At the Roman Catholic basilica in Key West there's a grotto, where the faithful pray when hurricanes are approaching the island. And islanders are turning to it now, as they face a different threat.
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The Basilica of Saint Mary Star of the Sea is not holding services and its adoration chapel is closed. The church itself is open, so people can worship at a safe social distance from each other.
"But where the greater number of people are going to pray is the grotto," said the Rev. John Baker, pastor of the Basilica. "It's remarkable because I thought more would come inside the church, but more are going to the grotto."
Baker said he's not sure why — maybe it's because the grotto is outside, which may make people feel safer. Or maybe it's because Key Westers have turned to that place in times of peril for almost a century.
It was built at the request of a Sister Louis Gabriel, who lived in Key West in the early 20th century as a sister of the Holy Name of Jesus and Mary.
Hurricanes hit the Keys in 1909 and 1910. The worst one was in 1919. That one, it's estimated now, was a Category 4. It killed hundreds of people along its path and caused catastrophic damage in Key West.
Gabriel's family wanted to send her to Rome to mark her 25th anniversary as a member of the order, Baker said. She asked for the grotto instead. It's modeled on the Sanctuary of our Lady of Lourdes in France and is built out of coral rock.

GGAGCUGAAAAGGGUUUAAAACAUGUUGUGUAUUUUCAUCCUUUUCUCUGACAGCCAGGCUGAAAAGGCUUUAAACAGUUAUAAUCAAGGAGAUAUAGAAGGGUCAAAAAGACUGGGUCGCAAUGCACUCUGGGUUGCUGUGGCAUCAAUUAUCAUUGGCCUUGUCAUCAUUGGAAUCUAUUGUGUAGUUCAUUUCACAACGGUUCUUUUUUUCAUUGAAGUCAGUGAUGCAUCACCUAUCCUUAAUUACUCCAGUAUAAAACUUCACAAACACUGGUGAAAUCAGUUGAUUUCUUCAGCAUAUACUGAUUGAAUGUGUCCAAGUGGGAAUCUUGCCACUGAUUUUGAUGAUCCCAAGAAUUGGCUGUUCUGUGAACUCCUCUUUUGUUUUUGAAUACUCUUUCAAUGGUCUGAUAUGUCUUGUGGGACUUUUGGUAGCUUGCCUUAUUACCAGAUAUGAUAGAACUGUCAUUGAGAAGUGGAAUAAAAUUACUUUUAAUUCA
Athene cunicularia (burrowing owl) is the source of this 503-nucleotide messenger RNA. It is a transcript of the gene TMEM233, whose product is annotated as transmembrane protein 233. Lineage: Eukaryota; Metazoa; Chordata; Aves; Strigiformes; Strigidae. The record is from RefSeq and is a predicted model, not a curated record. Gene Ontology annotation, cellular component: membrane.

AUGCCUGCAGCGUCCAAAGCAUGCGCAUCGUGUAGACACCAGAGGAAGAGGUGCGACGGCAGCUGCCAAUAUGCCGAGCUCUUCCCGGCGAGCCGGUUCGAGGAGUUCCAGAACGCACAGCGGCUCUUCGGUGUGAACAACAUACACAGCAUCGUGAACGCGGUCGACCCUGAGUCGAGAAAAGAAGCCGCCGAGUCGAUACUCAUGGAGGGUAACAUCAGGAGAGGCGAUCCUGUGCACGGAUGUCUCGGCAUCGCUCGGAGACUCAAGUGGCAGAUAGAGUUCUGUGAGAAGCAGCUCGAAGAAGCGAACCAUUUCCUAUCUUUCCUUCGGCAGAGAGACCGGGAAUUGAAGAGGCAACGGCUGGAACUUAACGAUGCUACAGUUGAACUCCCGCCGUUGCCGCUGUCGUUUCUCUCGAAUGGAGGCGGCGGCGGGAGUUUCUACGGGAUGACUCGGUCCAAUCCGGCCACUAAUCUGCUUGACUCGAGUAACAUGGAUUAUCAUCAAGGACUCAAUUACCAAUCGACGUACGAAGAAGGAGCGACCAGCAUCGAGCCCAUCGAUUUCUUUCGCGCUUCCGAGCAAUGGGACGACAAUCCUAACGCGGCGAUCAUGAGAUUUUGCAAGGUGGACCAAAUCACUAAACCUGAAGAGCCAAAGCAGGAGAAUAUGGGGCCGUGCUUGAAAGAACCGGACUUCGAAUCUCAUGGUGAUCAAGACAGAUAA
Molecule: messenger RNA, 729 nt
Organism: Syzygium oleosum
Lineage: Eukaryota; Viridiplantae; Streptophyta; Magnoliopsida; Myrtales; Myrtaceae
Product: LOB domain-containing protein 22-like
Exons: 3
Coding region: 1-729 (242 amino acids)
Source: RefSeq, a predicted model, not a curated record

"She said if you pray before this grotto, before a hurricane, Key West will not suffer complete devastation," Baker said. "Since that time there's just been a huge devotion to it and we have not yet suffered complete devastation since it was built in 1922."
Hurricanes weren't the only trauma that Key West went through in those years. The Spanish influenza was a global pandemic and Key West was not exempt, especially as a bustling port and Navy base as the U.S. entered World War I.
The Monroe County health officer at the time, W.R. Warren, reported that the flu killed 79 people in the Keys in 1918 — 69 of them in the month of October alone.
"October had to be devastating, like New York probably is today," said Tom Hambright, historian with the Monroe County Public Library.
And just under a year later, in September 1919, came the hurricane that destroyed a lot of property in town and led the Navy to close its air station on the island.
The cigar industry was already in steep decline and the population started dropping.
"That hurricane is the beginning of the Depression in Key West," Hambright said.